From health care to tax reform, from the frying pan into the fire

(Dreamstime/Sara Robinson)

After experiencing a humiliating failure to pass a health care bill, President Donald Trump and House Speaker Paul Ryan have decided to move on to tax reform. Talk about jumping from the frying pan into the fire!

Tax reform is something I have followed since around 1972, when as a political science graduate student at the University of California Berkeley, I foolishly chose to write my doctoral dissertation on the tax making process. I knew very little about the process other than that Wilbur Mills headed the tax writing committee in the House and Russell Long headed it in the Senate. There was practically nothing written on the topic at the time, and I soon learned why.

Taxes are incredibly complicated. Before even beginning my research, I had to take a course in public finance just to understand what people were talking about. Then there is the complexity of the tax code, with hundreds of obscure provisions that make tax law a lucrative profession for anyone who masters the technicalities.

After interviewing about a hundred people involved in the tax making process in Washington, I was finishing up my dissertation and converting it into a book (The Politics of Taxation) when I took a job as a lobbyist for a tax reform organization called Taxation with Representation. After a few years, I concluded that the chances for tax reform were close to nil, and I eventually abandoned the field, kicked the dust off my feet, and moved on to America magazine at the end of 1978.

To anyone who wants to reform the U.S. tax system, I say, "Good luck. Been there. Tried that."

Tax reform is seductive because, in principle, it is fairly simple. A good tax system should be fair and simple. In fact, the tax system is unfair, with people earning the same income paying very different amounts of taxes. It is also anything but simple. It is filled with tax provisions that help narrow classes of people. Congress made it that way and it is unlikely to reform it.

Every speech or article in favor of tax reform promises to make the system simpler and fairer by eliminating tax loopholes and reducing tax rates. This is true of both liberals and conservatives. The major difference is that liberals also want a progressive tax system with the rich paying a higher rate of tax on their income while conservatives prefer a flat rate with everyone paying the same percentage of their income in taxes.

But if you look closely, you will discover that these so-called reformers rarely say what loopholes they will close. If they did, they would be viciously attacked by the people and industries who benefit from the loopholes. Anyone who benefits from a loophole does not consider it a loophole but an "incentive," a legitimate deduction, or even a God given right.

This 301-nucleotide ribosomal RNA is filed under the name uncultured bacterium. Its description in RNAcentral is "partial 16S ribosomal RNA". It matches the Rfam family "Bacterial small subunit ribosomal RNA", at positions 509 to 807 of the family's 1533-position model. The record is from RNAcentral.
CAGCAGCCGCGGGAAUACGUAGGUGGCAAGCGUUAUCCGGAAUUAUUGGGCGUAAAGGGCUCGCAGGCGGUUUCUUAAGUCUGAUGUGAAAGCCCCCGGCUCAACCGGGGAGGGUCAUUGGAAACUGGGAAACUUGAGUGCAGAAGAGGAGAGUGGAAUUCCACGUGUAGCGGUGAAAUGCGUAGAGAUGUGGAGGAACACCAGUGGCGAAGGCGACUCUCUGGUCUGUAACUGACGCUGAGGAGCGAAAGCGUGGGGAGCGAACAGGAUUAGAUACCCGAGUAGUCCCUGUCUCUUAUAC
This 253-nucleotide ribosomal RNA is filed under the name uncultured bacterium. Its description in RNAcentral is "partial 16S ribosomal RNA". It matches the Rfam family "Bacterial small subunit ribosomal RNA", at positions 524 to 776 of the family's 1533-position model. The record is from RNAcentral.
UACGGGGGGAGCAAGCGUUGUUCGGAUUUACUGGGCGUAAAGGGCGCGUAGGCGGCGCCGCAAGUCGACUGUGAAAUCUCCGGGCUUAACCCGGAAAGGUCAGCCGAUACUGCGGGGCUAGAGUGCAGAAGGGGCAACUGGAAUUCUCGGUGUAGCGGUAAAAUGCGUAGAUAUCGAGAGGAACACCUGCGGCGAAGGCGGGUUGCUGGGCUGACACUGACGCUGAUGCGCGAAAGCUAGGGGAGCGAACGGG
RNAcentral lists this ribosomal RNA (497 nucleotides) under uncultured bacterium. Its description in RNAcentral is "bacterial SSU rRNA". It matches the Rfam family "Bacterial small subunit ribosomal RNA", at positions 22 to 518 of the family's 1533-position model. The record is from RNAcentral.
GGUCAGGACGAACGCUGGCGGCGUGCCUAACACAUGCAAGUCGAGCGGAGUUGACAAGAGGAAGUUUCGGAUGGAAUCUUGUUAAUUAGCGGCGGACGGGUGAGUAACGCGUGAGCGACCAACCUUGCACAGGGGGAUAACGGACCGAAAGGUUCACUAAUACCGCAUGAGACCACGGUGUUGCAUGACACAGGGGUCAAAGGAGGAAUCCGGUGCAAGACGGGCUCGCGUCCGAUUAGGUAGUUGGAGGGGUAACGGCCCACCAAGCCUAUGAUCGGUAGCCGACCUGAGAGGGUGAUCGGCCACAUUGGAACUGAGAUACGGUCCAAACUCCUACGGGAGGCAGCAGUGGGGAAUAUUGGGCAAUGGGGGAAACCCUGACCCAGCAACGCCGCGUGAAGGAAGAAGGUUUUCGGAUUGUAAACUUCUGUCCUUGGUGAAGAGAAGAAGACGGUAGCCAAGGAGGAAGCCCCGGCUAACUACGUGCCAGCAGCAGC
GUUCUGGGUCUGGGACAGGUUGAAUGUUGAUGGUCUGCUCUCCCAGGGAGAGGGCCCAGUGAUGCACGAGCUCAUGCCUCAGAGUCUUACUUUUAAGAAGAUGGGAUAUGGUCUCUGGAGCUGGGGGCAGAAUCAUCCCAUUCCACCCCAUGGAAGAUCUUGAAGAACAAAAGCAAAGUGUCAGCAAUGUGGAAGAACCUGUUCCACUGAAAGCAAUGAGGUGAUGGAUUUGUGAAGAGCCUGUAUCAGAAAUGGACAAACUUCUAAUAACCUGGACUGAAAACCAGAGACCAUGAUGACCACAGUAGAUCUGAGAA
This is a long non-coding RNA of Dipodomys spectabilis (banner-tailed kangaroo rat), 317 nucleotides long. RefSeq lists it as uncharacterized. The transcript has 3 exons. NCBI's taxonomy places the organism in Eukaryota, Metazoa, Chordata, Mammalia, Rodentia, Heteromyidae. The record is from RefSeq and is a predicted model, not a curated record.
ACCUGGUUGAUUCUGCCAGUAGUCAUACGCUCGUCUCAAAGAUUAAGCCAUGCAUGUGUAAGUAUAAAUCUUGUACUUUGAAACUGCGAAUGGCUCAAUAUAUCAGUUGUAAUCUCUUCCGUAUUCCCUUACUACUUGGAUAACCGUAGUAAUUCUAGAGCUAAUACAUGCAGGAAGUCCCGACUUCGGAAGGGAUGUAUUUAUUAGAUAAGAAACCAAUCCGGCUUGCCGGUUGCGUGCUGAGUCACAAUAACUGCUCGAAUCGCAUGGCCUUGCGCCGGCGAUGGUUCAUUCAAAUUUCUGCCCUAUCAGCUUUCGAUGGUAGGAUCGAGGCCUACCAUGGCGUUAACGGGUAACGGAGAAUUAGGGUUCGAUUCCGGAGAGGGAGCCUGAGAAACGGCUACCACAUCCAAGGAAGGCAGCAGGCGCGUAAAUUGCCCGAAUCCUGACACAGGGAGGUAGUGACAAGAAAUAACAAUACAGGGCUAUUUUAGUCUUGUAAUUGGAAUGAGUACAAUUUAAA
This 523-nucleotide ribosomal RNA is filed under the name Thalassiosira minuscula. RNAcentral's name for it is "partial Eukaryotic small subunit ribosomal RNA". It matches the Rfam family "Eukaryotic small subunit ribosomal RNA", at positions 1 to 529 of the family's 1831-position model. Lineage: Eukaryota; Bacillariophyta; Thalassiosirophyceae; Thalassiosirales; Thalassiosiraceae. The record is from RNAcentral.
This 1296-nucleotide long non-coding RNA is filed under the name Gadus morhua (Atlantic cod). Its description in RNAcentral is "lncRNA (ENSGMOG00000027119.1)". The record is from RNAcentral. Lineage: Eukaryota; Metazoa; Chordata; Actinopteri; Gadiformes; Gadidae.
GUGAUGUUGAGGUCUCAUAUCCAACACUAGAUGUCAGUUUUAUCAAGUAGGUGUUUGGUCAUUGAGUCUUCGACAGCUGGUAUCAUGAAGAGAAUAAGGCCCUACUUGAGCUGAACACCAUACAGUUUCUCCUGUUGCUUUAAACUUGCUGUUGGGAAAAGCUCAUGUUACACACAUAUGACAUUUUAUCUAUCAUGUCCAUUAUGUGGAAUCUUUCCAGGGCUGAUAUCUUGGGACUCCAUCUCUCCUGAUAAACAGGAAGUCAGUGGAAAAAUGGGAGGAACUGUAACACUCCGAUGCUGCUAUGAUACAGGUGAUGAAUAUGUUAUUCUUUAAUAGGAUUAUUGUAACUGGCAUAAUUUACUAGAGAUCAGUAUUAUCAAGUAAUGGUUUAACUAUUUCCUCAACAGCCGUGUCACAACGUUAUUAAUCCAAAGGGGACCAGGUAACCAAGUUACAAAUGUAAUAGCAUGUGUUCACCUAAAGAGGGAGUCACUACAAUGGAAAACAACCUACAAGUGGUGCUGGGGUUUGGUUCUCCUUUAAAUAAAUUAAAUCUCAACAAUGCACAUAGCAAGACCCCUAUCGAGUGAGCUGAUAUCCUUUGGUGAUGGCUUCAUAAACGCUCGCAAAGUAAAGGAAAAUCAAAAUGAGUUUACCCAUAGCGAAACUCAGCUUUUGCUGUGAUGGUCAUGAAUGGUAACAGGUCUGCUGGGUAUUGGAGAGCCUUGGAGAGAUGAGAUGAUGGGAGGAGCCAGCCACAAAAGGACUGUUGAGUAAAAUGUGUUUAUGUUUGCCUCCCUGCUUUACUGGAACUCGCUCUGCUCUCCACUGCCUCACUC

One person's loophole is another person's legitimate provision. Voters will only support tax reform that preserves their loopholes (or ones they think they may use someday) while getting rid of everyone else's.

A quick look at the federal personal income tax shows the problem. In order to significantly cut tax rates, you would have to eliminate tax provisions that cost the Treasury a lot of money. The problem is these are very popular.

According to the U.S. Treasury, here are some of the biggest tax deductions and what they cost the U.S. Treasury in FY 2016: Mortgage interest payments ($75 billion), state and local taxes ($86.7 billion), and charitable gifts ($57 billion).

On top of these deductions is money excluded from taxes. The major exclusions and their cost to the Treasury are: interest on life insurance income ($17.7 billion), capital gains exclusion on home sales ($40 billion), treatment of qualified dividend income ($27 billion), other capital gains ($93 billion), stepped up basis of capital gains at death ($67 billon), employer contribution to health care insurance ($216 billion), employer contribution to pension plans ($120 billion), Social Security benefits ($41 billion), and interest on state and local bonds ($45 billion).

Unless at least some of these provisions are repealed, there will not be enough money to significantly reduce tax rates without running up the deficit. The grand bargain of tax reform is that everyone has to lose their loopholes so that the tax rates of everyone will be lowered significantly. No one believes that will happen.

If you think repealing even one of those provisions will be easy, you don't understand politics. Every time in the past that Congress has looked at tax reform, it has concluded that it upsets too many people to be politically viable. The problem is that those who are hit by the elimination of their loopholes are mad while those whose tax rates are reduced are not all that grateful. Psychologically and politically the tax reform benefit is overwhelmed by the tax reform bite.

In the middle of the fight over health care, Trump tweeted, "Nobody knew health care could be so complicated." Give him a couple of months and then you will see another tweet: "Nobody knew tax reform could be so complicated."

As a result, there will probably be no reform of the personal income tax. The Republicans will pivot away from revenue-neutral tax reform to huge tax cuts. They may even add some loopholes. Will the House Freedom Caucus, the three dozen conservative House Republicans who refused to support the Ryan-Trump health care bill, and other fiscal hawks accept the increased budget deficits that will come with tax cuts? Wait and see.

[Jesuit Fr. Thomas Reese is a senior analyst for NCR and author of Inside the Vatican: The Politics and Organization of the Catholic Church. His email address is]

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